Discover more from A Letter To The Ready Writer
The last few weeks I’ve been reading this book, originally written by an English writer named John Bunyan. Not to be mistaken with the axe- throwing lumberjack Paul Bunyan :)
John was born in England in 1628. He was an author and puritan preacher. He came from a simple family who had an Anglican faith background. In his youth he joined the parliament army of England.
In one of his writings he talks about his experience in the army where he lived a wild & reckless lifestyle until one day, he was supposed to go into battle. However one of his soldier buddies begged him to switch places with him because his buddy wanted to see battle.
That day the young man who took John's place was killed in battle and it was that moment when John realized the hand of God in his life. He left the army, now living with sort of this “spiritual reality” in the front of his mind and in his heart.
One day he came across this group of women in town who were huddled together having a theological discussion. He couldn’t help but ask to join the conversation because he had questions he needed answers to. It turned out that the group of women he came across actually founded (yes women) founded an underground church called, The Bedford Free Church.
They were a group of non-conformists that wouldn’t conform to the laws given by the queen and king of England, as to how they could gather or the theological literature that they were allowed to read. John decided to start attending the underground church and was encouraged by the church to use his gift of preaching.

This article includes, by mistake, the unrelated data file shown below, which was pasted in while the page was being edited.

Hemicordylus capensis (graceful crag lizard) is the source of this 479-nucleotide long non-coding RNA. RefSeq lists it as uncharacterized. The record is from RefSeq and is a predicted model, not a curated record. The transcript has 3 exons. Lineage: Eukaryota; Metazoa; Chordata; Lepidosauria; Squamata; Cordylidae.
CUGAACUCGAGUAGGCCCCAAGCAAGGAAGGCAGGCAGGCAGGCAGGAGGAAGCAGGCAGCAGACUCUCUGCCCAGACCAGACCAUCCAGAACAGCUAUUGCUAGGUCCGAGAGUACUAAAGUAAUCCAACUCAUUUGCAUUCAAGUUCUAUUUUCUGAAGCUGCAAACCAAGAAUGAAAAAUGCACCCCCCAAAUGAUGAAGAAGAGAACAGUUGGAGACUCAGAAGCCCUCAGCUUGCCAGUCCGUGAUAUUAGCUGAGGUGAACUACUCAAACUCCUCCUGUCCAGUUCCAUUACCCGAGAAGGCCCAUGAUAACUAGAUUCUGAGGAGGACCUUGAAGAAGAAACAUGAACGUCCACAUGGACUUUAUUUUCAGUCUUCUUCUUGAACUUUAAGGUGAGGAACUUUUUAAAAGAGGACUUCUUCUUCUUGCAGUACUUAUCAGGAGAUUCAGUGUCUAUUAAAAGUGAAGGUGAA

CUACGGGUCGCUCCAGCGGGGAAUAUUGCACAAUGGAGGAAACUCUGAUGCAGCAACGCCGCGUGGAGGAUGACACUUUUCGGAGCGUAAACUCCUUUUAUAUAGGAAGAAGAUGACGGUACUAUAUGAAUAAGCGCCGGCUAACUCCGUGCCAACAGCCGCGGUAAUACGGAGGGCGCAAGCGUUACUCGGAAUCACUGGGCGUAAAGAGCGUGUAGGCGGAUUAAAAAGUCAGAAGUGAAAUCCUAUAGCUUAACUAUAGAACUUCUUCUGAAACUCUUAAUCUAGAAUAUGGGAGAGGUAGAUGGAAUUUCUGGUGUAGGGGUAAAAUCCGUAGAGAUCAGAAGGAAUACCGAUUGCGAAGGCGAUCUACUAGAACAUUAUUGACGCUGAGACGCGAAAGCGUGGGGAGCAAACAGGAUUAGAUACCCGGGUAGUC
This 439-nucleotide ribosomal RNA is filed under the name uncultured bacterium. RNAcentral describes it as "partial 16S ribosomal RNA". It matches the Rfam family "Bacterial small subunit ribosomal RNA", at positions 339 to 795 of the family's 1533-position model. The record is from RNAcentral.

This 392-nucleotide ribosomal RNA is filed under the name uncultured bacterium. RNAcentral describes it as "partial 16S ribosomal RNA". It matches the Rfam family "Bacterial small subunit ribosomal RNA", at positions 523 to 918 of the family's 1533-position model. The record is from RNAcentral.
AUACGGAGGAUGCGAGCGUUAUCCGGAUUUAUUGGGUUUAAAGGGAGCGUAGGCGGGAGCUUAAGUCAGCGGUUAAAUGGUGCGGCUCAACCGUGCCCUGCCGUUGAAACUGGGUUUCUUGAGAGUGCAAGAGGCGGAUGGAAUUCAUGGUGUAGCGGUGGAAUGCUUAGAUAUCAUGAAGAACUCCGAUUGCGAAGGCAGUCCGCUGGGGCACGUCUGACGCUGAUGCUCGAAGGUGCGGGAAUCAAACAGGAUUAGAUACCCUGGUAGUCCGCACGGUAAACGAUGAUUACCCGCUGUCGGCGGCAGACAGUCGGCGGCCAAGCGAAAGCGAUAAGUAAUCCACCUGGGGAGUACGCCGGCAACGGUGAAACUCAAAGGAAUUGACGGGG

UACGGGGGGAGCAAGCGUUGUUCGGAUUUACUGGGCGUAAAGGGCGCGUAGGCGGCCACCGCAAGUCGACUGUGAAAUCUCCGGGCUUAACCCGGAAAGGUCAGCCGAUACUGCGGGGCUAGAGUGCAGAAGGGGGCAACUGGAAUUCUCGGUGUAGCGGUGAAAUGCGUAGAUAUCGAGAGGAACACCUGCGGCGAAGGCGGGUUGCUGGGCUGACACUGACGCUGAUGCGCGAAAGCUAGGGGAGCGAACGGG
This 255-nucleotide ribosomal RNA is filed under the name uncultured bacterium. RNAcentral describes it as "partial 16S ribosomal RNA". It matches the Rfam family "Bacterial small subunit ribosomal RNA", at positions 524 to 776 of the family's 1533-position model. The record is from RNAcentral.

John bravely went out into the streets and started illegally preaching, meanwhile he was getting citations and fines, he was threatened he would be deported, imprisoned or killed, but he along with his will and strong conviction just kept on preaching, until he was finally thrown in prison for 12 long years.
He wrote nearly sixty books (2) were amazing allegories while the others were known as expanded sermons because while he was in prison he was actually pastoring the underground church. He would write these (expanded sermons) and the church would read them from the pulpit. John Bunyan was not known by many, but his book written in prison titled, The Pilgrim's Progress is still changing lives hundreds of years later!
They thought they could silence this man of God, however all of these years later this beautiful, allegorical, creative literature is still being passed around and freeing many who come to faith in Christ.
Recently in 2020, this chronicle story originally written by John Bunyan was revised and re-published by author Alan Vermilye, after he personally felt challenged by this story. Like some of us when we try to read the new King James Version of the Bible; Alan felt like he needed a 16th century translator to read & understand this famous book. Alan accepted his own personal challenge to create a true to original modern readable version of the book, The Pilgrim's Progress.
It has been one of the funnest books for my imagination that I’ve personally read in a long time.
The Pilgrim's Progress is an epic adventure about a man named “Christian” who leaves his home in the City of Destruction and begins a life-long quest to the Celestial City. In the story he comes across all sorts of characters. Some who want to help him and some who want to steer him off the right path. On his journey he has to climb mountains and trudge through valleys to reach the Kingdom. Meanwhile all he has is this book he found called “the Bible” to encourage him not to give up.